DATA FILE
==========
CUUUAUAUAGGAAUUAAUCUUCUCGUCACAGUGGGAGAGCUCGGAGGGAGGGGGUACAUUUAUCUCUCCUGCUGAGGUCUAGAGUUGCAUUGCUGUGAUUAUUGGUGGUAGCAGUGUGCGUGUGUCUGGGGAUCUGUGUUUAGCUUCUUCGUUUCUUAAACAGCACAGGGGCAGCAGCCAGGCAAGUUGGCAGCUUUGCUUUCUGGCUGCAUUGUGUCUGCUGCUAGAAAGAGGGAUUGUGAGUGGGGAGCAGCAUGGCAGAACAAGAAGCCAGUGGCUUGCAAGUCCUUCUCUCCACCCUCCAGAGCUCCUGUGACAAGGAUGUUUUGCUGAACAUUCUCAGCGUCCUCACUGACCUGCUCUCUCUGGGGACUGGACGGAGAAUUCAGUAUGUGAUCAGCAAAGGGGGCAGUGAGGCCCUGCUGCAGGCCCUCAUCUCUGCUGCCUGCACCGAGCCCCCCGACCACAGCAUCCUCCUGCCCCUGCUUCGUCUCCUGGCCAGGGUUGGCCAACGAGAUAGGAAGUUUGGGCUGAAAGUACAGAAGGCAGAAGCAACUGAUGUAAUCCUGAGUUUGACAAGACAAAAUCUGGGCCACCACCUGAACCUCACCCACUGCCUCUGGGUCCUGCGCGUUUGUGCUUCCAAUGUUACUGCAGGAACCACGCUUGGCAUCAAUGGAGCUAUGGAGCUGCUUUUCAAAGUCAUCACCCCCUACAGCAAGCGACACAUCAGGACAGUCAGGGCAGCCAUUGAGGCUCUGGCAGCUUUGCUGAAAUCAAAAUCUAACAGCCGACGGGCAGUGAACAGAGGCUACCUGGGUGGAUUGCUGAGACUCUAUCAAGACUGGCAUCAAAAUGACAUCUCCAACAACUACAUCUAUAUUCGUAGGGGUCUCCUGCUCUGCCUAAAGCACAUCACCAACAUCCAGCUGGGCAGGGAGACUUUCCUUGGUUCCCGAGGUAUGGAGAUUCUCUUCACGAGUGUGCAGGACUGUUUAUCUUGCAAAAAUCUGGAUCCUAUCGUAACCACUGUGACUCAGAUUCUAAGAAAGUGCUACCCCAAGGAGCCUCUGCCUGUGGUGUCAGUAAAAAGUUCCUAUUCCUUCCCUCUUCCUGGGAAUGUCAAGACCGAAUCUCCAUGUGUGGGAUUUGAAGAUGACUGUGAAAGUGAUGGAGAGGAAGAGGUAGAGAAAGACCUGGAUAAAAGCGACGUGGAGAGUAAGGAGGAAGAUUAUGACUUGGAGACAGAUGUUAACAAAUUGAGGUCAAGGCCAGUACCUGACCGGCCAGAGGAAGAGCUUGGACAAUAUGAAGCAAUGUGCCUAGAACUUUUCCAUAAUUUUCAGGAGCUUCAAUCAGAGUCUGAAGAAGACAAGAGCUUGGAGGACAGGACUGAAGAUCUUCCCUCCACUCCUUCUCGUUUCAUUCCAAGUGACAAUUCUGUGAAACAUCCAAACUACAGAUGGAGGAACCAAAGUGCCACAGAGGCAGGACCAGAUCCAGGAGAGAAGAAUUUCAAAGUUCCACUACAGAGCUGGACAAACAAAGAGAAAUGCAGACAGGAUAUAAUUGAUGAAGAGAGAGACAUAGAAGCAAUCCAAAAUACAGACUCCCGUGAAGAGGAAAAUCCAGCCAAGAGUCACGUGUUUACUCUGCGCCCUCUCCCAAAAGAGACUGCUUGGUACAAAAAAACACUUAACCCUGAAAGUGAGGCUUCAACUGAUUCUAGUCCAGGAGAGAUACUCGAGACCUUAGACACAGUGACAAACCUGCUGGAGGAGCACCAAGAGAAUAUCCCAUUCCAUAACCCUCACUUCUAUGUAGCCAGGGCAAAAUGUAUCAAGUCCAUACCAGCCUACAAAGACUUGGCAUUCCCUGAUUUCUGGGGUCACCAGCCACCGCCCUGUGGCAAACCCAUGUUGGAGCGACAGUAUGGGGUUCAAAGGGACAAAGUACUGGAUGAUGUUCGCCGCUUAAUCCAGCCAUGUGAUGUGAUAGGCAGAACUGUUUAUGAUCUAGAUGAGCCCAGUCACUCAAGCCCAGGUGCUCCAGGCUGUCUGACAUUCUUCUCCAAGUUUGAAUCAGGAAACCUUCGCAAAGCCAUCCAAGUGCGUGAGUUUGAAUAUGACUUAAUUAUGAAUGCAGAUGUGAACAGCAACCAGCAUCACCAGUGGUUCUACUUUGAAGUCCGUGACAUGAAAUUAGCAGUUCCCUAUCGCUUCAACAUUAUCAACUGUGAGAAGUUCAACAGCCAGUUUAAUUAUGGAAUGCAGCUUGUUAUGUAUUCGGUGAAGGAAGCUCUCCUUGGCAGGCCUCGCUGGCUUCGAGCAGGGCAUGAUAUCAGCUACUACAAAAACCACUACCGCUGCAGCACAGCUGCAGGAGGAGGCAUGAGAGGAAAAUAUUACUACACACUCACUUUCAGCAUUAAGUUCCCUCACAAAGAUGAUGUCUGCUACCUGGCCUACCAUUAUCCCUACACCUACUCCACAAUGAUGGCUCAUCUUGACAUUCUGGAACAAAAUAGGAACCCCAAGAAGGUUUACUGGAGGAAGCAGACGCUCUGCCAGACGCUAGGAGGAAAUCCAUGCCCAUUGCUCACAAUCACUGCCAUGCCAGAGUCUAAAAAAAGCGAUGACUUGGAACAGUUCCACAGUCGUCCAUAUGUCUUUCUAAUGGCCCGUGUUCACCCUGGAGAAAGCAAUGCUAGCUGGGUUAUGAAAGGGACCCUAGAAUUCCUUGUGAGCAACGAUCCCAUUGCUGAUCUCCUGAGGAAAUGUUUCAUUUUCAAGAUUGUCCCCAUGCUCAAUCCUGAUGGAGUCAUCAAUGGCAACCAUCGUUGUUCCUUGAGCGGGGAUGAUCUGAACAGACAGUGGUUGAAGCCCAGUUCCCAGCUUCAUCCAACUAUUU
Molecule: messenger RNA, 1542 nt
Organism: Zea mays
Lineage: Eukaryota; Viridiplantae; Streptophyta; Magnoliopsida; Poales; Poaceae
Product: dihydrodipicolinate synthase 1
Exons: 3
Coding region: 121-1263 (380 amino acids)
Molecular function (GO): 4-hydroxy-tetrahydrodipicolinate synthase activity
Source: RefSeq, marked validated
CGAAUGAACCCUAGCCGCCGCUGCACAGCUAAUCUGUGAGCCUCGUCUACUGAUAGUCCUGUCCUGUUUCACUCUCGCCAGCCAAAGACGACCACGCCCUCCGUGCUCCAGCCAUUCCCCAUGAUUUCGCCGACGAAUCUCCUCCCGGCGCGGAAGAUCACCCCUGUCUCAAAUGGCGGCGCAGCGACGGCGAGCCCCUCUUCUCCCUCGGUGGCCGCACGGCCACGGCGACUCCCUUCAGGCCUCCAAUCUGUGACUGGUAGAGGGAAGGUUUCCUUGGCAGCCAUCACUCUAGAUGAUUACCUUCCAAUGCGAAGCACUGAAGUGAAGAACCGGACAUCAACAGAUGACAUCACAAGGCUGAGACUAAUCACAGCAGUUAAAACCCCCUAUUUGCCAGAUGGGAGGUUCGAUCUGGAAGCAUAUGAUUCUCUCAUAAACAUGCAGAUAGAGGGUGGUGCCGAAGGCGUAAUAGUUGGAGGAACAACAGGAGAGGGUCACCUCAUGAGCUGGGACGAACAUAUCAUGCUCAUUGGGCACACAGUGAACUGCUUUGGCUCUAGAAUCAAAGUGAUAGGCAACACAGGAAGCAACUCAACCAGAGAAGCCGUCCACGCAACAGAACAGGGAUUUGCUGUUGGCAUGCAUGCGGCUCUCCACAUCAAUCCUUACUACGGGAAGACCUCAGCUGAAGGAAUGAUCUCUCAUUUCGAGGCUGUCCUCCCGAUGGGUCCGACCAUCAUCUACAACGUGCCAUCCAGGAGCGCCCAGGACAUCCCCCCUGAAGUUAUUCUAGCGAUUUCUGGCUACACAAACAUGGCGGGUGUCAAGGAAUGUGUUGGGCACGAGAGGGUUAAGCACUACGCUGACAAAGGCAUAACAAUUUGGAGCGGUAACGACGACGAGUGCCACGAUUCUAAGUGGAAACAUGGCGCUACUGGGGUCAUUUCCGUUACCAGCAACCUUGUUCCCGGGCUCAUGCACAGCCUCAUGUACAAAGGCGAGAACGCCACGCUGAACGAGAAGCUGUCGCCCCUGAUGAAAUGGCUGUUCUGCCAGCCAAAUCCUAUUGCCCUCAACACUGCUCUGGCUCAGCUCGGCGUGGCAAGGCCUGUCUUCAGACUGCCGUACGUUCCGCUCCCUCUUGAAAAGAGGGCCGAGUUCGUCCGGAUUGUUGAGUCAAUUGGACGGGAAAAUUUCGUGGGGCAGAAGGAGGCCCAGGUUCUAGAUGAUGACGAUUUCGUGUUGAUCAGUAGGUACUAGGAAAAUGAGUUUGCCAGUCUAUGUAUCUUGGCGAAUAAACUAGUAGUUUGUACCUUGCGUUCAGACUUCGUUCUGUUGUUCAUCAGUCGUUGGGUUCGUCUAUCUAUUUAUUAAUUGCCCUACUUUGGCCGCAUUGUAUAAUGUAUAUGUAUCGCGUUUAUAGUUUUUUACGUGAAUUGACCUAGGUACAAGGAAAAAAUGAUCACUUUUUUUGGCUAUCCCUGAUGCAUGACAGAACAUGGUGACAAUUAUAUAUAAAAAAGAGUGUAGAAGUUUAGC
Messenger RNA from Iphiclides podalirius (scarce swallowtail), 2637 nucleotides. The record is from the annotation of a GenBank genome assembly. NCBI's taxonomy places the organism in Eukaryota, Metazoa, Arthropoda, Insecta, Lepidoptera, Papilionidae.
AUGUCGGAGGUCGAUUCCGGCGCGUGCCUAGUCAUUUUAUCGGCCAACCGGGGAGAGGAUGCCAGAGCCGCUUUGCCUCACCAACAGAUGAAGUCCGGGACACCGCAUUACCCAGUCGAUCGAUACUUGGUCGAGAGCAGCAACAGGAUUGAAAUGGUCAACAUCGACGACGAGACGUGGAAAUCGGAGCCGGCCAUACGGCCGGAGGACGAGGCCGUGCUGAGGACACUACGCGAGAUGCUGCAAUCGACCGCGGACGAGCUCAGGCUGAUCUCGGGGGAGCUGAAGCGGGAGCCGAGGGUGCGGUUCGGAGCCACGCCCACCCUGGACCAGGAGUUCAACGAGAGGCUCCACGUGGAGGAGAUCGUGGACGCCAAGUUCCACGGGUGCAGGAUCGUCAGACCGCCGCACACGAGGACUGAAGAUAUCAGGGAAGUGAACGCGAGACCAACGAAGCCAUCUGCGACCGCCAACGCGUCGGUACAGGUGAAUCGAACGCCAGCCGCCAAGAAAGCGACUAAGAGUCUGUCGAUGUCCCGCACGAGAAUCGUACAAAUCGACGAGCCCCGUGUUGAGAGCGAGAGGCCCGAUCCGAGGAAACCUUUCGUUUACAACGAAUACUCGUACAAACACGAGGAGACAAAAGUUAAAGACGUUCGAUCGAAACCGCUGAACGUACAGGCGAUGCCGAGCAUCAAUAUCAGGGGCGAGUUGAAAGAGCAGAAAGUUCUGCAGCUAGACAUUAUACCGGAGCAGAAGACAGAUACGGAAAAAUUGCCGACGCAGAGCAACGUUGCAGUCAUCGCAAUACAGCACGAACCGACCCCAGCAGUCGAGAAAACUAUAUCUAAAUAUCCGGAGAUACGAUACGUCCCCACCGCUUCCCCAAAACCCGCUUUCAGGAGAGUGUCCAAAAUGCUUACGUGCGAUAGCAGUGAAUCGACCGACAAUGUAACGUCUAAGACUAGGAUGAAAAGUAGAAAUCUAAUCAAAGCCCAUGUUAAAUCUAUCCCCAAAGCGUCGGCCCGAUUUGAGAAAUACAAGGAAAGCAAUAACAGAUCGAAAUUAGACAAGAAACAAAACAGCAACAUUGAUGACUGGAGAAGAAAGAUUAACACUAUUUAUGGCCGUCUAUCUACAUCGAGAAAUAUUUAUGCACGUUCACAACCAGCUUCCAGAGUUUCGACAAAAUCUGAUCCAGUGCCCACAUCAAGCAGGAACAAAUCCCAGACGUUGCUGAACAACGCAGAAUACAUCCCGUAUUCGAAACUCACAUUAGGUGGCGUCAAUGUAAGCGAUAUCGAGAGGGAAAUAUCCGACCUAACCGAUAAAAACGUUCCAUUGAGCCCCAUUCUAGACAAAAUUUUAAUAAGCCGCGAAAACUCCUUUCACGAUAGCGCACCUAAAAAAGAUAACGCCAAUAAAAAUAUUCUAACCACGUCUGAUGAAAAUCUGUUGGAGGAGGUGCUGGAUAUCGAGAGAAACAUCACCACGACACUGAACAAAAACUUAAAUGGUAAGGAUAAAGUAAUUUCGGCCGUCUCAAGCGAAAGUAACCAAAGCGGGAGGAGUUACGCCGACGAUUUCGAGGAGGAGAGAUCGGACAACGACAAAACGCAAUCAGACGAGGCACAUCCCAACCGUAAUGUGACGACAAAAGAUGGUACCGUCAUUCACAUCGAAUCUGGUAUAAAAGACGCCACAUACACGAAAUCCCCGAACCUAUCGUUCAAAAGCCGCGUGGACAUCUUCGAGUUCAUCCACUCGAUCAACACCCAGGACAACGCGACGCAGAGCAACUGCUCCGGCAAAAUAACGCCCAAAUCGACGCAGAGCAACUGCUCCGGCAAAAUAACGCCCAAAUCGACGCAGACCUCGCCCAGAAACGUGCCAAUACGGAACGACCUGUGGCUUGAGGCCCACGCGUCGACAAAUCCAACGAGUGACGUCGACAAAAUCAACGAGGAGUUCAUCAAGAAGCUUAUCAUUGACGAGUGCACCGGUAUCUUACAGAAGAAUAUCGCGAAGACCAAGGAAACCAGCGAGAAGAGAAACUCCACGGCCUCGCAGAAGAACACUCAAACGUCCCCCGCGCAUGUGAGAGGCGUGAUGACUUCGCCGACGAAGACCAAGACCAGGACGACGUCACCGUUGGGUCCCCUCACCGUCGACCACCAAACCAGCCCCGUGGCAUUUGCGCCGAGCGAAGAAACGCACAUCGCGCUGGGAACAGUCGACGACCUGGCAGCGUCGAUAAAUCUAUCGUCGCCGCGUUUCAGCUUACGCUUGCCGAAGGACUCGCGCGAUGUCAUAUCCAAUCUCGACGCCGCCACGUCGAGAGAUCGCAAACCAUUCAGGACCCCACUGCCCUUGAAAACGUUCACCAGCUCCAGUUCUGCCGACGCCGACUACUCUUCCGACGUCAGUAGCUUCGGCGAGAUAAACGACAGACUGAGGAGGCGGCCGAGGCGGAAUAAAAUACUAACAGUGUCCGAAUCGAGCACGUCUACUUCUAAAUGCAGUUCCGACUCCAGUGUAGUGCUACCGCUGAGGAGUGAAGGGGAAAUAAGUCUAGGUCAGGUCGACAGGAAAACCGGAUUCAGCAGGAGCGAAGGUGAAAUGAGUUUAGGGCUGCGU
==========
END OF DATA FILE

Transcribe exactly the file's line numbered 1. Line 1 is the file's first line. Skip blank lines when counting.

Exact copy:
CUUUAUAUAGGAAUUAAUCUUCUCGUCACAGUGGGAGAGCUCGGAGGGAGGGGGUACAUUUAUCUCUCCUGCUGAGGUCUAGAGUUGCAUUGCUGUGAUUAUUGGUGGUAGCAGUGUGCGUGUGUCUGGGGAUCUGUGUUUAGCUUCUUCGUUUCUUAAACAGCACAGGGGCAGCAGCCAGGCAAGUUGGCAGCUUUGCUUUCUGGCUGCAUUGUGUCUGCUGCUAGAAAGAGGGAUUGUGAGUGGGGAGCAGCAUGGCAGAACAAGAAGCCAGUGGCUUGCAAGUCCUUCUCUCCACCCUCCAGAGCUCCUGUGACAAGGAUGUUUUGCUGAACAUUCUCAGCGUCCUCACUGACCUGCUCUCUCUGGGGACUGGACGGAGAAUUCAGUAUGUGAUCAGCAAAGGGGGCAGUGAGGCCCUGCUGCAGGCCCUCAUCUCUGCUGCCUGCACCGAGCCCCCCGACCACAGCAUCCUCCUGCCCCUGCUUCGUCUCCUGGCCAGGGUUGGCCAACGAGAUAGGAAGUUUGGGCUGAAAGUACAGAAGGCAGAAGCAACUGAUGUAAUCCUGAGUUUGACAAGACAAAAUCUGGGCCACCACCUGAACCUCACCCACUGCCUCUGGGUCCUGCGCGUUUGUGCUUCCAAUGUUACUGCAGGAACCACGCUUGGCAUCAAUGGAGCUAUGGAGCUGCUUUUCAAAGUCAUCACCCCCUACAGCAAGCGACACAUCAGGACAGUCAGGGCAGCCAUUGAGGCUCUGGCAGCUUUGCUGAAAUCAAAAUCUAACAGCCGACGGGCAGUGAACAGAGGCUACCUGGGUGGAUUGCUGAGACUCUAUCAAGACUGGCAUCAAAAUGACAUCUCCAACAACUACAUCUAUAUUCGUAGGGGUCUCCUGCUCUGCCUAAAGCACAUCACCAACAUCCAGCUGGGCAGGGAGACUUUCCUUGGUUCCCGAGGUAUGGAGAUUCUCUUCACGAGUGUGCAGGACUGUUUAUCUUGCAAAAAUCUGGAUCCUAUCGUAACCACUGUGACUCAGAUUCUAAGAAAGUGCUACCCCAAGGAGCCUCUGCCUGUGGUGUCAGUAAAAAGUUCCUAUUCCUUCCCUCUUCCUGGGAAUGUCAAGACCGAAUCUCCAUGUGUGGGAUUUGAAGAUGACUGUGAAAGUGAUGGAGAGGAAGAGGUAGAGAAAGACCUGGAUAAAAGCGACGUGGAGAGUAAGGAGGAAGAUUAUGACUUGGAGACAGAUGUUAACAAAUUGAGGUCAAGGCCAGUACCUGACCGGCCAGAGGAAGAGCUUGGACAAUAUGAAGCAAUGUGCCUAGAACUUUUCCAUAAUUUUCAGGAGCUUCAAUCAGAGUCUGAAGAAGACAAGAGCUUGGAGGACAGGACUGAAGAUCUUCCCUCCACUCCUUCUCGUUUCAUUCCAAGUGACAAUUCUGUGAAACAUCCAAACUACAGAUGGAGGAACCAAAGUGCCACAGAGGCAGGACCAGAUCCAGGAGAGAAGAAUUUCAAAGUUCCACUACAGAGCUGGACAAACAAAGAGAAAUGCAGACAGGAUAUAAUUGAUGAAGAGAGAGACAUAGAAGCAAUCCAAAAUACAGACUCCCGUGAAGAGGAAAAUCCAGCCAAGAGUCACGUGUUUACUCUGCGCCCUCUCCCAAAAGAGACUGCUUGGUACAAAAAAACACUUAACCCUGAAAGUGAGGCUUCAACUGAUUCUAGUCCAGGAGAGAUACUCGAGACCUUAGACACAGUGACAAACCUGCUGGAGGAGCACCAAGAGAAUAUCCCAUUCCAUAACCCUCACUUCUAUGUAGCCAGGGCAAAAUGUAUCAAGUCCAUACCAGCCUACAAAGACUUGGCAUUCCCUGAUUUCUGGGGUCACCAGCCACCGCCCUGUGGCAAACCCAUGUUGGAGCGACAGUAUGGGGUUCAAAGGGACAAAGUACUGGAUGAUGUUCGCCGCUUAAUCCAGCCAUGUGAUGUGAUAGGCAGAACUGUUUAUGAUCUAGAUGAGCCCAGUCACUCAAGCCCAGGUGCUCCAGGCUGUCUGACAUUCUUCUCCAAGUUUGAAUCAGGAAACCUUCGCAAAGCCAUCCAAGUGCGUGAGUUUGAAUAUGACUUAAUUAUGAAUGCAGAUGUGAACAGCAACCAGCAUCACCAGUGGUUCUACUUUGAAGUCCGUGACAUGAAAUUAGCAGUUCCCUAUCGCUUCAACAUUAUCAACUGUGAGAAGUUCAACAGCCAGUUUAAUUAUGGAAUGCAGCUUGUUAUGUAUUCGGUGAAGGAAGCUCUCCUUGGCAGGCCUCGCUGGCUUCGAGCAGGGCAUGAUAUCAGCUACUACAAAAACCACUACCGCUGCAGCACAGCUGCAGGAGGAGGCAUGAGAGGAAAAUAUUACUACACACUCACUUUCAGCAUUAAGUUCCCUCACAAAGAUGAUGUCUGCUACCUGGCCUACCAUUAUCCCUACACCUACUCCACAAUGAUGGCUCAUCUUGACAUUCUGGAACAAAAUAGGAACCCCAAGAAGGUUUACUGGAGGAAGCAGACGCUCUGCCAGACGCUAGGAGGAAAUCCAUGCCCAUUGCUCACAAUCACUGCCAUGCCAGAGUCUAAAAAAAGCGAUGACUUGGAACAGUUCCACAGUCGUCCAUAUGUCUUUCUAAUGGCCCGUGUUCACCCUGGAGAAAGCAAUGCUAGCUGGGUUAUGAAAGGGACCCUAGAAUUCCUUGUGAGCAACGAUCCCAUUGCUGAUCUCCUGAGGAAAUGUUUCAUUUUCAAGAUUGUCCCCAUGCUCAAUCCUGAUGGAGUCAUCAAUGGCAACCAUCGUUGUUCCUUGAGCGGGGAUGAUCUGAACAGACAGUGGUUGAAGCCCAGUUCCCAGCUUCAUCCAACUAUUU